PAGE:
By Mark Dovich
At a press conference Monday, Armenian Prime Minister Nikol Pashinyan broke his silence on the growing public outcry over a recording that appears to show a top judicial official pressuring his predecessor to resign, saying the scandal “overshadows the whole process of judicial and legal reforms.”
“I always say that our biggest problem is the judicial system (and) that we don’t have any real successes here,” he added.
Ruben Vardazaryan, the former head of the Supreme Judicial Council, was formally dismissed from his position last week, days after he released a recording in which Gagik Jhangiryan, at the time a council member, appeared to threaten him, warning he would face criminal charges if he refused to resign.
The council then proceeded to suspend Vardazaryan and transfer his powers to Jhangiryan, who has served as the body’s acting head since. Vardazaryan technically retained his post until his formal dismissal last week, even though his powers had already been effectively taken away.
The Supreme Judicial Council is a powerful body with broad oversight of Armenia’s judicial system, including the power to nominate and dismiss most judges.
Commenting on the scandal, Pashinyan said the recording was “concerning,” but added that there were “problems” with both Vardazaryan and Jhangiryan in the tape.
Vardazaryan, who took up his role at the Supreme Judicial Council under former President Serzh Sargsyan, has rejected his dismissal as politically motivated, claiming the government dislodged him from his position in an effort to consolidate control over the judicial system.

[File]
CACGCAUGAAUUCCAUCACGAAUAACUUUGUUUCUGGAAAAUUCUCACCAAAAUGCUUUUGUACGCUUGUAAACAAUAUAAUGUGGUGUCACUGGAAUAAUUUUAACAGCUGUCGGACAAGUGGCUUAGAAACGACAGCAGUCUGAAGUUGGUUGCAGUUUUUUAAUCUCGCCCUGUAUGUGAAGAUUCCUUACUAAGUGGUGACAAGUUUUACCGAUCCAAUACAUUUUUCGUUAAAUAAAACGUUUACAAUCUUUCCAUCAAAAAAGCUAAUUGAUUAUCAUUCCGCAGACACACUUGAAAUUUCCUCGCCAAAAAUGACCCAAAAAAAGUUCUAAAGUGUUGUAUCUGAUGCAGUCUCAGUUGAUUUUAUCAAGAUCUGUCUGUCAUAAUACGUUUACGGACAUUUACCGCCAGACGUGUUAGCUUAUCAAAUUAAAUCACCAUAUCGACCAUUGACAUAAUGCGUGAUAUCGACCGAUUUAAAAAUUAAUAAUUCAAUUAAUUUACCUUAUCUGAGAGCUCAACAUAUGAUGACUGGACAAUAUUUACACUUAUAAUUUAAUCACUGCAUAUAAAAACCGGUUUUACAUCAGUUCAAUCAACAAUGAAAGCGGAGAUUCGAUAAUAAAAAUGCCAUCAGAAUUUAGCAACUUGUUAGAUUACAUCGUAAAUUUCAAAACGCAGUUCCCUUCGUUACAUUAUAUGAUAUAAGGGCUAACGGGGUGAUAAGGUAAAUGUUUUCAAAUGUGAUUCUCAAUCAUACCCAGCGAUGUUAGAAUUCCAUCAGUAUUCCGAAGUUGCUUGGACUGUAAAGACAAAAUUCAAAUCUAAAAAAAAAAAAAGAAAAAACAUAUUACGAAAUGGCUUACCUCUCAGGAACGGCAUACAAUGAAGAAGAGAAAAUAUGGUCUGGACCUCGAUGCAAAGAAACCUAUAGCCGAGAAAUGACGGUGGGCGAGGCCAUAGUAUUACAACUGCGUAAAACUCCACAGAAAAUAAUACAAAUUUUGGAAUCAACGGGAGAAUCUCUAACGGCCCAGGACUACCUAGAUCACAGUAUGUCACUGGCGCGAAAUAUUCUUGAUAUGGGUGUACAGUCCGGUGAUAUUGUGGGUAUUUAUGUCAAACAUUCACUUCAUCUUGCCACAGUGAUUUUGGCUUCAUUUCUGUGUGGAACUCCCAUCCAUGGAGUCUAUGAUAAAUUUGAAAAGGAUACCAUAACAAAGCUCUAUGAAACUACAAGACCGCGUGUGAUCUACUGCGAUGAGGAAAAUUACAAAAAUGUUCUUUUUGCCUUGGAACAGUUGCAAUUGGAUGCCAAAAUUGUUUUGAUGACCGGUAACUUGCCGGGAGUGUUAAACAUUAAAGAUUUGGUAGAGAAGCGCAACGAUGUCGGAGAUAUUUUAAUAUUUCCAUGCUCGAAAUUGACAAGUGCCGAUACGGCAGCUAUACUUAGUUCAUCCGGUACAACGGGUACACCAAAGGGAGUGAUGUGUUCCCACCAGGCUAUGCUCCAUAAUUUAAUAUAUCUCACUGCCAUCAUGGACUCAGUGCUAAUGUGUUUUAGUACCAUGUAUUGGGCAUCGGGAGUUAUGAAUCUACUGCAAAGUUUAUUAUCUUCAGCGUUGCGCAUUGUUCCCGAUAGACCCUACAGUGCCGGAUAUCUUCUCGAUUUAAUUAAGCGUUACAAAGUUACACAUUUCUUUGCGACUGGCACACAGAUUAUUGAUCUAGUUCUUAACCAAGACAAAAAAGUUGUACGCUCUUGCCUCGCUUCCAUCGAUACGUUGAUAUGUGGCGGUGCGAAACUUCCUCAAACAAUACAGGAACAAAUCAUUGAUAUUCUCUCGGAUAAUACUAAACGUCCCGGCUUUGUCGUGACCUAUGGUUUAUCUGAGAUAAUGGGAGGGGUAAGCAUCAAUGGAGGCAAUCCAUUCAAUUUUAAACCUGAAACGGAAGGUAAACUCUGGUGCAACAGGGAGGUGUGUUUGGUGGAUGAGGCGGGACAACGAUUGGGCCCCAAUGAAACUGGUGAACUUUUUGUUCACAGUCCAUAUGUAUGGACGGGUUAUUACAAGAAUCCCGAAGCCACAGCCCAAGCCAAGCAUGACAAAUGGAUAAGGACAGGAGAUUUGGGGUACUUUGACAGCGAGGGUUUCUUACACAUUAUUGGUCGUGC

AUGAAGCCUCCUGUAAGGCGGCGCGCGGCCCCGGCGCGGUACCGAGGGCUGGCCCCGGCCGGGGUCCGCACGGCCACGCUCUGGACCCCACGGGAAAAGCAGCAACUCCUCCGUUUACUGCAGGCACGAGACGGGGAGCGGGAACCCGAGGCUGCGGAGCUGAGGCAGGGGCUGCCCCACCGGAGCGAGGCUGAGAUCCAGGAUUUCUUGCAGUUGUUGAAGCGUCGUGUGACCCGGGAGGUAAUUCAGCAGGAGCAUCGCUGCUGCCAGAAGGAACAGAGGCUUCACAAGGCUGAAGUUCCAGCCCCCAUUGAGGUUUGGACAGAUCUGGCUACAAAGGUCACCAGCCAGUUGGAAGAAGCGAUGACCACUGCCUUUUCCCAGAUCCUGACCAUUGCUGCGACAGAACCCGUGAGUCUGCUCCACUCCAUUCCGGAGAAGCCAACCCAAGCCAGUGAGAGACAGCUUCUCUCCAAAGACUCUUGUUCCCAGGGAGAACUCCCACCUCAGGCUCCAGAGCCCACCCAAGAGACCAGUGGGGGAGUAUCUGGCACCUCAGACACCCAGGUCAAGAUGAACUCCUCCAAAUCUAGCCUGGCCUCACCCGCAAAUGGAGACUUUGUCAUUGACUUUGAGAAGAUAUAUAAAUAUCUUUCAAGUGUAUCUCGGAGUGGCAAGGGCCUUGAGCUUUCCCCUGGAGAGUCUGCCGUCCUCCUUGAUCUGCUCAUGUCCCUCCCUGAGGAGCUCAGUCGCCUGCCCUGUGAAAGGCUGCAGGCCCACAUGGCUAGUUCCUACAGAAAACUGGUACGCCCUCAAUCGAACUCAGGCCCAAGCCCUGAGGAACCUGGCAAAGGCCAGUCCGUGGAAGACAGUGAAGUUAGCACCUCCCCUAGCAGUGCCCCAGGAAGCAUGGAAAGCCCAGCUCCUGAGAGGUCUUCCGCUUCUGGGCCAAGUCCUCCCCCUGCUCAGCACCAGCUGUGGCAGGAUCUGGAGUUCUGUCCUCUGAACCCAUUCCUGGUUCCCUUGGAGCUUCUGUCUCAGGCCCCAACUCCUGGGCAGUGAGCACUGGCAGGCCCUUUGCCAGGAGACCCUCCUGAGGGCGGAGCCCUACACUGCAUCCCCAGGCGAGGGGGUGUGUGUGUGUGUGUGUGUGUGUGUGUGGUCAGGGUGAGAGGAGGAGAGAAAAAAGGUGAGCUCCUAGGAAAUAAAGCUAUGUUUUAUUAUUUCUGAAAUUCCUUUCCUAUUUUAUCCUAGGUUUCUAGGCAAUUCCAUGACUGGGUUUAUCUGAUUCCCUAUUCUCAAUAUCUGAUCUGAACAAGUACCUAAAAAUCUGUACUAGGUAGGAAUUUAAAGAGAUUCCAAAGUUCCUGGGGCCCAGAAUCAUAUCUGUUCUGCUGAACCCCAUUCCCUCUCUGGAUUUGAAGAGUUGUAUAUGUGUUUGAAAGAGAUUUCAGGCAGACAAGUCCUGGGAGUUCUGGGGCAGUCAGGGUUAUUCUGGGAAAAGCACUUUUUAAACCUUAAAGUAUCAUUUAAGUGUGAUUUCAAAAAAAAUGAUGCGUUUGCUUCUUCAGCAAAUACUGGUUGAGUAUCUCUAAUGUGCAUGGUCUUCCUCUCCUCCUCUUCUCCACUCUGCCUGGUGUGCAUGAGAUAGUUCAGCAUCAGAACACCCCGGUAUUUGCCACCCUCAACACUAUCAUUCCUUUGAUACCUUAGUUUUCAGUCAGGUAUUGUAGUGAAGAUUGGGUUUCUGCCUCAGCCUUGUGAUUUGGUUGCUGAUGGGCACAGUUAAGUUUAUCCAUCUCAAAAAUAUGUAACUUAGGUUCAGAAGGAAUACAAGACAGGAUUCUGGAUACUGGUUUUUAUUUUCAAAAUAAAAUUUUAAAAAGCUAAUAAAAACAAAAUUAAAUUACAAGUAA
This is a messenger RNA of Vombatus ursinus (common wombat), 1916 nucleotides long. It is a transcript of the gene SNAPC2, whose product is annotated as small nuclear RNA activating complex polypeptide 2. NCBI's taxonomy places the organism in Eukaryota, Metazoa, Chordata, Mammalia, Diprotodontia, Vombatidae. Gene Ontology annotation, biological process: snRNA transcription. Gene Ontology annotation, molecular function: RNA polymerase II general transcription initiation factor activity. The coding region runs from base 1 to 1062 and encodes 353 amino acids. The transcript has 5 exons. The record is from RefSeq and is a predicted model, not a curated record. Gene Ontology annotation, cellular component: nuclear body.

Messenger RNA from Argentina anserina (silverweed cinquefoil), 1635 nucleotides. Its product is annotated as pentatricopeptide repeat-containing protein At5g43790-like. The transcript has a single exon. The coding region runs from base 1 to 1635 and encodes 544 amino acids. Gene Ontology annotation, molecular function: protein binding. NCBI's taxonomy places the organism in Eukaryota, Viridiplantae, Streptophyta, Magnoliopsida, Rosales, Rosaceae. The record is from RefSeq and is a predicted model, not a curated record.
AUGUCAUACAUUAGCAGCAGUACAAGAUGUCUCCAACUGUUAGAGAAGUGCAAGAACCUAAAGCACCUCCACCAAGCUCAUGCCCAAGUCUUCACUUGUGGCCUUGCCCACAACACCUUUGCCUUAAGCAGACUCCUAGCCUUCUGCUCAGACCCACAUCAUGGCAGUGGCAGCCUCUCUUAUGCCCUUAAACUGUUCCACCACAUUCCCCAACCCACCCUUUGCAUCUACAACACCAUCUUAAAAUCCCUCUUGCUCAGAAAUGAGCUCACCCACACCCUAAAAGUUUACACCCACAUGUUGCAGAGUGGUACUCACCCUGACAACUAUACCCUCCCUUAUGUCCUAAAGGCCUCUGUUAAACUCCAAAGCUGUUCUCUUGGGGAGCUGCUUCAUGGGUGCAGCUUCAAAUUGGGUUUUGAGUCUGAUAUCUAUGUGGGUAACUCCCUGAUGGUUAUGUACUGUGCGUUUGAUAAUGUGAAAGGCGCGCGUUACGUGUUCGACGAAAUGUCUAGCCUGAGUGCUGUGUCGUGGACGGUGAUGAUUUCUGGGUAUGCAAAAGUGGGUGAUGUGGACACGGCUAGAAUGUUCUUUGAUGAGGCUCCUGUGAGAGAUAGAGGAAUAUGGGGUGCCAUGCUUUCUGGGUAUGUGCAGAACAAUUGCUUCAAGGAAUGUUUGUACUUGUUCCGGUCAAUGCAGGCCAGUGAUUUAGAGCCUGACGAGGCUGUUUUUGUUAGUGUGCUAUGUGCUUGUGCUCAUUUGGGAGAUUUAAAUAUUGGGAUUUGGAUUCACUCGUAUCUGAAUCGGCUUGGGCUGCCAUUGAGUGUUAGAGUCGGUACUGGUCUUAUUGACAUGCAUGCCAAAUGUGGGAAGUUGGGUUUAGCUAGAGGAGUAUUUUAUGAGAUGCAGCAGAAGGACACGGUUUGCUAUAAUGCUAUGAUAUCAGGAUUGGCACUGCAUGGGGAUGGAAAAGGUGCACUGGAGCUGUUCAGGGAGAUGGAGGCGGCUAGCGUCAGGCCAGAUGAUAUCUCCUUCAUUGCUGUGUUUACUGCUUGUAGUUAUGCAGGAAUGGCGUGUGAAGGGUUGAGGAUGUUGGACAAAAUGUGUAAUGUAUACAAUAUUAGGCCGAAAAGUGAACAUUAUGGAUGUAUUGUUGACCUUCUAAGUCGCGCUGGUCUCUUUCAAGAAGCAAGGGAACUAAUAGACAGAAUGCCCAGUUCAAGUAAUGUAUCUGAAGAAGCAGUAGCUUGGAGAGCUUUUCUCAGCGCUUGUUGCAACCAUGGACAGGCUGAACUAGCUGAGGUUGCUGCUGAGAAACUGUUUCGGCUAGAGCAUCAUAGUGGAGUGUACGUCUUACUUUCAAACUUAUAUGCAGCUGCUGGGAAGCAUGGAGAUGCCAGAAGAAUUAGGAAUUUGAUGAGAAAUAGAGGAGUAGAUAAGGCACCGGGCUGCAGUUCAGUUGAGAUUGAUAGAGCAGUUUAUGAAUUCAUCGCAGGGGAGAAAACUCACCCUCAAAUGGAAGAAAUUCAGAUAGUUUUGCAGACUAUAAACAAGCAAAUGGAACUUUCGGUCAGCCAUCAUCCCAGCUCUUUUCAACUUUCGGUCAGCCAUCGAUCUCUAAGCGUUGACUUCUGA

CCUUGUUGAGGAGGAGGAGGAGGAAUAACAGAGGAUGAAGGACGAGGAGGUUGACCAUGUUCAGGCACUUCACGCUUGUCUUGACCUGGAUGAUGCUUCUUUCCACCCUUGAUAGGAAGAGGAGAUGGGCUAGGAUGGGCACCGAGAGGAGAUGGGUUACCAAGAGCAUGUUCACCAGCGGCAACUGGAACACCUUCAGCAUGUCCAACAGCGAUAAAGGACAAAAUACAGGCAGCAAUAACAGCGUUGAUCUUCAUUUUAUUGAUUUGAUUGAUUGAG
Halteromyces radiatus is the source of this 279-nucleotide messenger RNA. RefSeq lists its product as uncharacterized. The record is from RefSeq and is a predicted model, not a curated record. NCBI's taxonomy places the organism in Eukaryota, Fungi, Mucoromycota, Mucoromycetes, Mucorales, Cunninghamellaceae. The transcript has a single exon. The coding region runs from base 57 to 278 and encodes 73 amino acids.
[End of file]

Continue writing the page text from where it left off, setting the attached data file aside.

Jhangiryan, who has not denied the recording’s authenticity and has rebuffed calls for his resignation, is seen as a close ally of Pashinyan. Since coming to power, the prime minister has engaged in a number of highly public feuds with judges appointed by the authorities in charge before him.
The opposition has repeatedly spoken out in recent years against what it sees as moves by Pashinyan to pressure judges and stack the system with government-friendly appointees. The Jhangiryan scandal is just the latest such case, they say.
Pashinyan, meanwhile, says he is simply trying to clean up the courts, widely considered to be among Armenia’s most corrupt institutions. His government has repeatedly paid lip service to the idea of enacting judicial reforms, but in reality has done little to improve the judicial system.
Armenia’s Investigative Committee is looking into the recording.